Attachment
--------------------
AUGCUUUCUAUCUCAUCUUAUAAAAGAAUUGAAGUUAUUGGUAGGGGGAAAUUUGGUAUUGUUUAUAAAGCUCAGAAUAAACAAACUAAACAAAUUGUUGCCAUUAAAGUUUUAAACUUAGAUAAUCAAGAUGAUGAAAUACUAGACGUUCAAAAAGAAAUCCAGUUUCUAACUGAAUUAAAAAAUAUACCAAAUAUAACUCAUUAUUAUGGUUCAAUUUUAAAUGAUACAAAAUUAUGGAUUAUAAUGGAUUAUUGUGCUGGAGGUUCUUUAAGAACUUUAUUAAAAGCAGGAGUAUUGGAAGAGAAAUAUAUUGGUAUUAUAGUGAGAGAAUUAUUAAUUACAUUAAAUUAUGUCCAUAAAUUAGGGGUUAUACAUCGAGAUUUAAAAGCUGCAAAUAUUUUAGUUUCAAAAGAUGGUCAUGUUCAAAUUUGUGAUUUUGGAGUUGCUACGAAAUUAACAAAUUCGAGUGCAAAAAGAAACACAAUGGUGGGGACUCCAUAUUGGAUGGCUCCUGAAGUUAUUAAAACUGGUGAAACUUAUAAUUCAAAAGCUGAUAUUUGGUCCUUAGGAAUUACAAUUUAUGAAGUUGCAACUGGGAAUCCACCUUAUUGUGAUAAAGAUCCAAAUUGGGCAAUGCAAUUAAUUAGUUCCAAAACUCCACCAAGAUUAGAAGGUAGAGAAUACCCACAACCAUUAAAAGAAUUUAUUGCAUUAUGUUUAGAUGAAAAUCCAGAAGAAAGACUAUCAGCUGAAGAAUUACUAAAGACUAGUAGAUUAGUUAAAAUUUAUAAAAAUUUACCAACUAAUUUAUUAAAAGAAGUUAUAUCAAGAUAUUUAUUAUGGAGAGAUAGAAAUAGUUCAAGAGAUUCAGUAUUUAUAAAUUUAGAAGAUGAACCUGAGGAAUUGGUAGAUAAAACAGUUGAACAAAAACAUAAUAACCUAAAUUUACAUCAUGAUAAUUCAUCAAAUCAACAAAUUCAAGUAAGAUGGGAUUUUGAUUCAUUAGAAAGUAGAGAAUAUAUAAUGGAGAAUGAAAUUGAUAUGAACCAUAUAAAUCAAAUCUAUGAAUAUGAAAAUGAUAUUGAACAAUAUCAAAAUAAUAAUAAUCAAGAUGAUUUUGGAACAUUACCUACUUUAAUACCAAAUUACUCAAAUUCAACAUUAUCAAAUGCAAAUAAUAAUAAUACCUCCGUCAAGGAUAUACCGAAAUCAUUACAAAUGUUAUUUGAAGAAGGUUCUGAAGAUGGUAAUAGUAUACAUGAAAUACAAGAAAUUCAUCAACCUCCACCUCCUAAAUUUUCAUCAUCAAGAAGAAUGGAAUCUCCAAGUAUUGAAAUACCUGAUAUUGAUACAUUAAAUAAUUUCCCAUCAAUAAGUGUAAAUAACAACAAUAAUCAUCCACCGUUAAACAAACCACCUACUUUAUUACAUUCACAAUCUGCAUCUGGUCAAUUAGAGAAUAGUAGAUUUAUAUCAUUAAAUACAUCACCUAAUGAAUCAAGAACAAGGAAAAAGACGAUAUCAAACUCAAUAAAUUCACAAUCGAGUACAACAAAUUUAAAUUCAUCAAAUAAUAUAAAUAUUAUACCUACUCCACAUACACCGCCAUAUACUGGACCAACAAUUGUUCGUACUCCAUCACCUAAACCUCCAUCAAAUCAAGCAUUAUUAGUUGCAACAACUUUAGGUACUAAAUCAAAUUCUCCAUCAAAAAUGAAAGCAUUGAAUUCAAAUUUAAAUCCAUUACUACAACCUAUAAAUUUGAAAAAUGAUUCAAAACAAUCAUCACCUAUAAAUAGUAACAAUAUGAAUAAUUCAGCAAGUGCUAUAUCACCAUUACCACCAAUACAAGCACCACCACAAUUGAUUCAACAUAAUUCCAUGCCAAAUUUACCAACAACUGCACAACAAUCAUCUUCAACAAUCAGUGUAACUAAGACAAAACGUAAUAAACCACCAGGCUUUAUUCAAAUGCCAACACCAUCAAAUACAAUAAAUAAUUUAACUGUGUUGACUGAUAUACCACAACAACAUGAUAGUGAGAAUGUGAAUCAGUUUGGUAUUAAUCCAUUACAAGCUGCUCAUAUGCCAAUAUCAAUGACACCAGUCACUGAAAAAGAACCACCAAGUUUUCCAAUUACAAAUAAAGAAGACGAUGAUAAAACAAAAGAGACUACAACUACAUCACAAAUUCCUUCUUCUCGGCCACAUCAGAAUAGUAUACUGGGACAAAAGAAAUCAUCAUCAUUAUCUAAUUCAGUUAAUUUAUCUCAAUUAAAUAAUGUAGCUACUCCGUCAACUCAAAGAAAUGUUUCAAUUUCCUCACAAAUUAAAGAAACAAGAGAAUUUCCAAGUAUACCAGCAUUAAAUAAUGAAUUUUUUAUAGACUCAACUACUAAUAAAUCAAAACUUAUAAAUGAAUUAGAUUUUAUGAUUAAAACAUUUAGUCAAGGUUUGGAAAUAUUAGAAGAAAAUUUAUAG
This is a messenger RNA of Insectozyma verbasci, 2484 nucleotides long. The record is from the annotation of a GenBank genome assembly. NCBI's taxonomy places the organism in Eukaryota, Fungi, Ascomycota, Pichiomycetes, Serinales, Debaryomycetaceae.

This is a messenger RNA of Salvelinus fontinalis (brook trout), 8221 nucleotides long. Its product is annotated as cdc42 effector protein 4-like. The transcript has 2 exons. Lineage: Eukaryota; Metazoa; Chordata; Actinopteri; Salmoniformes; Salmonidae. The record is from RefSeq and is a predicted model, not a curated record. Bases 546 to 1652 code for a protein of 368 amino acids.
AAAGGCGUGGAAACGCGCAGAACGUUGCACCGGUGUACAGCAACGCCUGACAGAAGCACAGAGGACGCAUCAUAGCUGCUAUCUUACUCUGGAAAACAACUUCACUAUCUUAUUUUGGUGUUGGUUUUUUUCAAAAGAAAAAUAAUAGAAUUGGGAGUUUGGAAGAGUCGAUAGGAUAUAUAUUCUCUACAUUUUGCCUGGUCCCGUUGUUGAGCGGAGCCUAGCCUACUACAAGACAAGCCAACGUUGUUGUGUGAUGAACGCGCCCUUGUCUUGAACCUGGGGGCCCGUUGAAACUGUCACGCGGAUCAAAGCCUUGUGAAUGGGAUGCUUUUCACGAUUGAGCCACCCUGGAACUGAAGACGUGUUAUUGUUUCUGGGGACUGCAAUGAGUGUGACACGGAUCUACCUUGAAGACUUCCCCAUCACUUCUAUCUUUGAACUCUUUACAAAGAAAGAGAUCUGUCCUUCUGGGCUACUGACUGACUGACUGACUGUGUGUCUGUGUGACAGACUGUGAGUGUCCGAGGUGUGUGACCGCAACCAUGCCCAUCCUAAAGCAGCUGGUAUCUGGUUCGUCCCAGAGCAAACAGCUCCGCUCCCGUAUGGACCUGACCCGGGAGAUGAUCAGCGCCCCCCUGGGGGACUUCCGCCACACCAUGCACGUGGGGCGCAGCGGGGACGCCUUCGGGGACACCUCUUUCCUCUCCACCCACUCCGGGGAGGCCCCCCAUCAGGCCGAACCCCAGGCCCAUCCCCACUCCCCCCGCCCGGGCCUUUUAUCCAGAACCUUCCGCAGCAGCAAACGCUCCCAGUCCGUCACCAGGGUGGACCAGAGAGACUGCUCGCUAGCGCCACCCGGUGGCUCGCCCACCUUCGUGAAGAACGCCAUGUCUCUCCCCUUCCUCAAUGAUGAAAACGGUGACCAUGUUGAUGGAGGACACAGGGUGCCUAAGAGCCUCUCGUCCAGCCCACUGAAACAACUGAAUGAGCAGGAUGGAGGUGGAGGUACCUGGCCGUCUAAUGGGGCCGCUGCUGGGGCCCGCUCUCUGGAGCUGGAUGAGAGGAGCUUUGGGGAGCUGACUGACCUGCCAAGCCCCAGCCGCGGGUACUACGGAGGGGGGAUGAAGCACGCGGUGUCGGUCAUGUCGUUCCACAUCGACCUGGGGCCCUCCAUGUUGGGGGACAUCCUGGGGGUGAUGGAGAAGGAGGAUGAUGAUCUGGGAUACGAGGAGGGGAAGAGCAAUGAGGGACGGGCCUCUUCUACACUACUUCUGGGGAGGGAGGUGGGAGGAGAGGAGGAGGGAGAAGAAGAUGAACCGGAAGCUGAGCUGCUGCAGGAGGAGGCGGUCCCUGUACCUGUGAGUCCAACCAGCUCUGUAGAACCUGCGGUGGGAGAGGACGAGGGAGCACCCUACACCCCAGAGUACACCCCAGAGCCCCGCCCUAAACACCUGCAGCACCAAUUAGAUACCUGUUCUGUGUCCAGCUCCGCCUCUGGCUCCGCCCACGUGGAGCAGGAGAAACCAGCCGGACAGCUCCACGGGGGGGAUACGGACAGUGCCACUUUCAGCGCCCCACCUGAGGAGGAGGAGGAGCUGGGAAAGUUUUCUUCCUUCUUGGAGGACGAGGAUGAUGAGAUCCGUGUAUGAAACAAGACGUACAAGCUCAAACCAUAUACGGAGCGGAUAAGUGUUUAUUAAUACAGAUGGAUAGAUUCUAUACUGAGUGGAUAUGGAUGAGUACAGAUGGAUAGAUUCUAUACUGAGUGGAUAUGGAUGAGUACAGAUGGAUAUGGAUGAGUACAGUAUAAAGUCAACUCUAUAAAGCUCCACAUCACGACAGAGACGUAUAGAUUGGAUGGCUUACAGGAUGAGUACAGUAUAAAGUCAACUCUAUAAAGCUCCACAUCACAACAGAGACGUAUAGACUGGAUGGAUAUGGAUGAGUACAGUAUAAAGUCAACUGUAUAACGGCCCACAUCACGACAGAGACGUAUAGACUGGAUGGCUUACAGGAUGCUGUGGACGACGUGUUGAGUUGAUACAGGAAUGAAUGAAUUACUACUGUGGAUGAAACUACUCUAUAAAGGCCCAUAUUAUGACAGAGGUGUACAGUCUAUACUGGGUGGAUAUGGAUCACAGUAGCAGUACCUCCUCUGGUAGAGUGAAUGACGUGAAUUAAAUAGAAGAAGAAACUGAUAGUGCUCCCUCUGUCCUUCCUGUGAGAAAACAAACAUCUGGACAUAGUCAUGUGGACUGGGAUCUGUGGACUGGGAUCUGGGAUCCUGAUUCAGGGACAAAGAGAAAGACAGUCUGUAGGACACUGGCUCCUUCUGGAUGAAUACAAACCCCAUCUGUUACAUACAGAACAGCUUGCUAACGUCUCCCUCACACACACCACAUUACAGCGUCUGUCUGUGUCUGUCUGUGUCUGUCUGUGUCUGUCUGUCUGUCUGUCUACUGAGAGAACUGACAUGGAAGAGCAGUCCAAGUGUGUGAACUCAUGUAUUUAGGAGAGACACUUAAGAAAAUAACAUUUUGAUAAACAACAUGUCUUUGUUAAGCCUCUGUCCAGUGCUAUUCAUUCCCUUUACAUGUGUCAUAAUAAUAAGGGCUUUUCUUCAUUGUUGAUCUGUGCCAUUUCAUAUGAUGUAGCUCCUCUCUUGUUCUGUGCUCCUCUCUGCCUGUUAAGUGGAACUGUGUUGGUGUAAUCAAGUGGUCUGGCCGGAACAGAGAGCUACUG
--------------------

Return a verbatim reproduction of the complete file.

AUGCUUUCUAUCUCAUCUUAUAAAAGAAUUGAAGUUAUUGGUAGGGGGAAAUUUGGUAUUGUUUAUAAAGCUCAGAAUAAACAAACUAAACAAAUUGUUGCCAUUAAAGUUUUAAACUUAGAUAAUCAAGAUGAUGAAAUACUAGACGUUCAAAAAGAAAUCCAGUUUCUAACUGAAUUAAAAAAUAUACCAAAUAUAACUCAUUAUUAUGGUUCAAUUUUAAAUGAUACAAAAUUAUGGAUUAUAAUGGAUUAUUGUGCUGGAGGUUCUUUAAGAACUUUAUUAAAAGCAGGAGUAUUGGAAGAGAAAUAUAUUGGUAUUAUAGUGAGAGAAUUAUUAAUUACAUUAAAUUAUGUCCAUAAAUUAGGGGUUAUACAUCGAGAUUUAAAAGCUGCAAAUAUUUUAGUUUCAAAAGAUGGUCAUGUUCAAAUUUGUGAUUUUGGAGUUGCUACGAAAUUAACAAAUUCGAGUGCAAAAAGAAACACAAUGGUGGGGACUCCAUAUUGGAUGGCUCCUGAAGUUAUUAAAACUGGUGAAACUUAUAAUUCAAAAGCUGAUAUUUGGUCCUUAGGAAUUACAAUUUAUGAAGUUGCAACUGGGAAUCCACCUUAUUGUGAUAAAGAUCCAAAUUGGGCAAUGCAAUUAAUUAGUUCCAAAACUCCACCAAGAUUAGAAGGUAGAGAAUACCCACAACCAUUAAAAGAAUUUAUUGCAUUAUGUUUAGAUGAAAAUCCAGAAGAAAGACUAUCAGCUGAAGAAUUACUAAAGACUAGUAGAUUAGUUAAAAUUUAUAAAAAUUUACCAACUAAUUUAUUAAAAGAAGUUAUAUCAAGAUAUUUAUUAUGGAGAGAUAGAAAUAGUUCAAGAGAUUCAGUAUUUAUAAAUUUAGAAGAUGAACCUGAGGAAUUGGUAGAUAAAACAGUUGAACAAAAACAUAAUAACCUAAAUUUACAUCAUGAUAAUUCAUCAAAUCAACAAAUUCAAGUAAGAUGGGAUUUUGAUUCAUUAGAAAGUAGAGAAUAUAUAAUGGAGAAUGAAAUUGAUAUGAACCAUAUAAAUCAAAUCUAUGAAUAUGAAAAUGAUAUUGAACAAUAUCAAAAUAAUAAUAAUCAAGAUGAUUUUGGAACAUUACCUACUUUAAUACCAAAUUACUCAAAUUCAACAUUAUCAAAUGCAAAUAAUAAUAAUACCUCCGUCAAGGAUAUACCGAAAUCAUUACAAAUGUUAUUUGAAGAAGGUUCUGAAGAUGGUAAUAGUAUACAUGAAAUACAAGAAAUUCAUCAACCUCCACCUCCUAAAUUUUCAUCAUCAAGAAGAAUGGAAUCUCCAAGUAUUGAAAUACCUGAUAUUGAUACAUUAAAUAAUUUCCCAUCAAUAAGUGUAAAUAACAACAAUAAUCAUCCACCGUUAAACAAACCACCUACUUUAUUACAUUCACAAUCUGCAUCUGGUCAAUUAGAGAAUAGUAGAUUUAUAUCAUUAAAUACAUCACCUAAUGAAUCAAGAACAAGGAAAAAGACGAUAUCAAACUCAAUAAAUUCACAAUCGAGUACAACAAAUUUAAAUUCAUCAAAUAAUAUAAAUAUUAUACCUACUCCACAUACACCGCCAUAUACUGGACCAACAAUUGUUCGUACUCCAUCACCUAAACCUCCAUCAAAUCAAGCAUUAUUAGUUGCAACAACUUUAGGUACUAAAUCAAAUUCUCCAUCAAAAAUGAAAGCAUUGAAUUCAAAUUUAAAUCCAUUACUACAACCUAUAAAUUUGAAAAAUGAUUCAAAACAAUCAUCACCUAUAAAUAGUAACAAUAUGAAUAAUUCAGCAAGUGCUAUAUCACCAUUACCACCAAUACAAGCACCACCACAAUUGAUUCAACAUAAUUCCAUGCCAAAUUUACCAACAACUGCACAACAAUCAUCUUCAACAAUCAGUGUAACUAAGACAAAACGUAAUAAACCACCAGGCUUUAUUCAAAUGCCAACACCAUCAAAUACAAUAAAUAAUUUAACUGUGUUGACUGAUAUACCACAACAACAUGAUAGUGAGAAUGUGAAUCAGUUUGGUAUUAAUCCAUUACAAGCUGCUCAUAUGCCAAUAUCAAUGACACCAGUCACUGAAAAAGAACCACCAAGUUUUCCAAUUACAAAUAAAGAAGACGAUGAUAAAACAAAAGAGACUACAACUACAUCACAAAUUCCUUCUUCUCGGCCACAUCAGAAUAGUAUACUGGGACAAAAGAAAUCAUCAUCAUUAUCUAAUUCAGUUAAUUUAUCUCAAUUAAAUAAUGUAGCUACUCCGUCAACUCAAAGAAAUGUUUCAAUUUCCUCACAAAUUAAAGAAACAAGAGAAUUUCCAAGUAUACCAGCAUUAAAUAAUGAAUUUUUUAUAGACUCAACUACUAAUAAAUCAAAACUUAUAAAUGAAUUAGAUUUUAUGAUUAAAACAUUUAGUCAAGGUUUGGAAAUAUUAGAAGAAAAUUUAUAG
This is a messenger RNA of Insectozyma verbasci, 2484 nucleotides long. The record is from the annotation of a GenBank genome assembly. NCBI's taxonomy places the organism in Eukaryota, Fungi, Ascomycota, Pichiomycetes, Serinales, Debaryomycetaceae.

This is a messenger RNA of Salvelinus fontinalis (brook trout), 8221 nucleotides long. Its product is annotated as cdc42 effector protein 4-like. The transcript has 2 exons. Lineage: Eukaryota; Metazoa; Chordata; Actinopteri; Salmoniformes; Salmonidae. The record is from RefSeq and is a predicted model, not a curated record. Bases 546 to 1652 code for a protein of 368 amino acids.
AAAGGCGUGGAAACGCGCAGAACGUUGCACCGGUGUACAGCAACGCCUGACAGAAGCACAGAGGACGCAUCAUAGCUGCUAUCUUACUCUGGAAAACAACUUCACUAUCUUAUUUUGGUGUUGGUUUUUUUCAAAAGAAAAAUAAUAGAAUUGGGAGUUUGGAAGAGUCGAUAGGAUAUAUAUUCUCUACAUUUUGCCUGGUCCCGUUGUUGAGCGGAGCCUAGCCUACUACAAGACAAGCCAACGUUGUUGUGUGAUGAACGCGCCCUUGUCUUGAACCUGGGGGCCCGUUGAAACUGUCACGCGGAUCAAAGCCUUGUGAAUGGGAUGCUUUUCACGAUUGAGCCACCCUGGAACUGAAGACGUGUUAUUGUUUCUGGGGACUGCAAUGAGUGUGACACGGAUCUACCUUGAAGACUUCCCCAUCACUUCUAUCUUUGAACUCUUUACAAAGAAAGAGAUCUGUCCUUCUGGGCUACUGACUGACUGACUGACUGUGUGUCUGUGUGACAGACUGUGAGUGUCCGAGGUGUGUGACCGCAACCAUGCCCAUCCUAAAGCAGCUGGUAUCUGGUUCGUCCCAGAGCAAACAGCUCCGCUCCCGUAUGGACCUGACCCGGGAGAUGAUCAGCGCCCCCCUGGGGGACUUCCGCCACACCAUGCACGUGGGGCGCAGCGGGGACGCCUUCGGGGACACCUCUUUCCUCUCCACCCACUCCGGGGAGGCCCCCCAUCAGGCCGAACCCCAGGCCCAUCCCCACUCCCCCCGCCCGGGCCUUUUAUCCAGAACCUUCCGCAGCAGCAAACGCUCCCAGUCCGUCACCAGGGUGGACCAGAGAGACUGCUCGCUAGCGCCACCCGGUGGCUCGCCCACCUUCGUGAAGAACGCCAUGUCUCUCCCCUUCCUCAAUGAUGAAAACGGUGACCAUGUUGAUGGAGGACACAGGGUGCCUAAGAGCCUCUCGUCCAGCCCACUGAAACAACUGAAUGAGCAGGAUGGAGGUGGAGGUACCUGGCCGUCUAAUGGGGCCGCUGCUGGGGCCCGCUCUCUGGAGCUGGAUGAGAGGAGCUUUGGGGAGCUGACUGACCUGCCAAGCCCCAGCCGCGGGUACUACGGAGGGGGGAUGAAGCACGCGGUGUCGGUCAUGUCGUUCCACAUCGACCUGGGGCCCUCCAUGUUGGGGGACAUCCUGGGGGUGAUGGAGAAGGAGGAUGAUGAUCUGGGAUACGAGGAGGGGAAGAGCAAUGAGGGACGGGCCUCUUCUACACUACUUCUGGGGAGGGAGGUGGGAGGAGAGGAGGAGGGAGAAGAAGAUGAACCGGAAGCUGAGCUGCUGCAGGAGGAGGCGGUCCCUGUACCUGUGAGUCCAACCAGCUCUGUAGAACCUGCGGUGGGAGAGGACGAGGGAGCACCCUACACCCCAGAGUACACCCCAGAGCCCCGCCCUAAACACCUGCAGCACCAAUUAGAUACCUGUUCUGUGUCCAGCUCCGCCUCUGGCUCCGCCCACGUGGAGCAGGAGAAACCAGCCGGACAGCUCCACGGGGGGGAUACGGACAGUGCCACUUUCAGCGCCCCACCUGAGGAGGAGGAGGAGCUGGGAAAGUUUUCUUCCUUCUUGGAGGACGAGGAUGAUGAGAUCCGUGUAUGAAACAAGACGUACAAGCUCAAACCAUAUACGGAGCGGAUAAGUGUUUAUUAAUACAGAUGGAUAGAUUCUAUACUGAGUGGAUAUGGAUGAGUACAGAUGGAUAGAUUCUAUACUGAGUGGAUAUGGAUGAGUACAGAUGGAUAUGGAUGAGUACAGUAUAAAGUCAACUCUAUAAAGCUCCACAUCACGACAGAGACGUAUAGAUUGGAUGGCUUACAGGAUGAGUACAGUAUAAAGUCAACUCUAUAAAGCUCCACAUCACAACAGAGACGUAUAGACUGGAUGGAUAUGGAUGAGUACAGUAUAAAGUCAACUGUAUAACGGCCCACAUCACGACAGAGACGUAUAGACUGGAUGGCUUACAGGAUGCUGUGGACGACGUGUUGAGUUGAUACAGGAAUGAAUGAAUUACUACUGUGGAUGAAACUACUCUAUAAAGGCCCAUAUUAUGACAGAGGUGUACAGUCUAUACUGGGUGGAUAUGGAUCACAGUAGCAGUACCUCCUCUGGUAGAGUGAAUGACGUGAAUUAAAUAGAAGAAGAAACUGAUAGUGCUCCCUCUGUCCUUCCUGUGAGAAAACAAACAUCUGGACAUAGUCAUGUGGACUGGGAUCUGUGGACUGGGAUCUGGGAUCCUGAUUCAGGGACAAAGAGAAAGACAGUCUGUAGGACACUGGCUCCUUCUGGAUGAAUACAAACCCCAUCUGUUACAUACAGAACAGCUUGCUAACGUCUCCCUCACACACACCACAUUACAGCGUCUGUCUGUGUCUGUCUGUGUCUGUCUGUGUCUGUCUGUCUGUCUGUCUACUGAGAGAACUGACAUGGAAGAGCAGUCCAAGUGUGUGAACUCAUGUAUUUAGGAGAGACACUUAAGAAAAUAACAUUUUGAUAAACAACAUGUCUUUGUUAAGCCUCUGUCCAGUGCUAUUCAUUCCCUUUACAUGUGUCAUAAUAAUAAGGGCUUUUCUUCAUUGUUGAUCUGUGCCAUUUCAUAUGAUGUAGCUCCUCUCUUGUUCUGUGCUCCUCUCUGCCUGUUAAGUGGAACUGUGUUGGUGUAAUCAAGUGGUCUGGCCGGAACAGAGAGCUACUG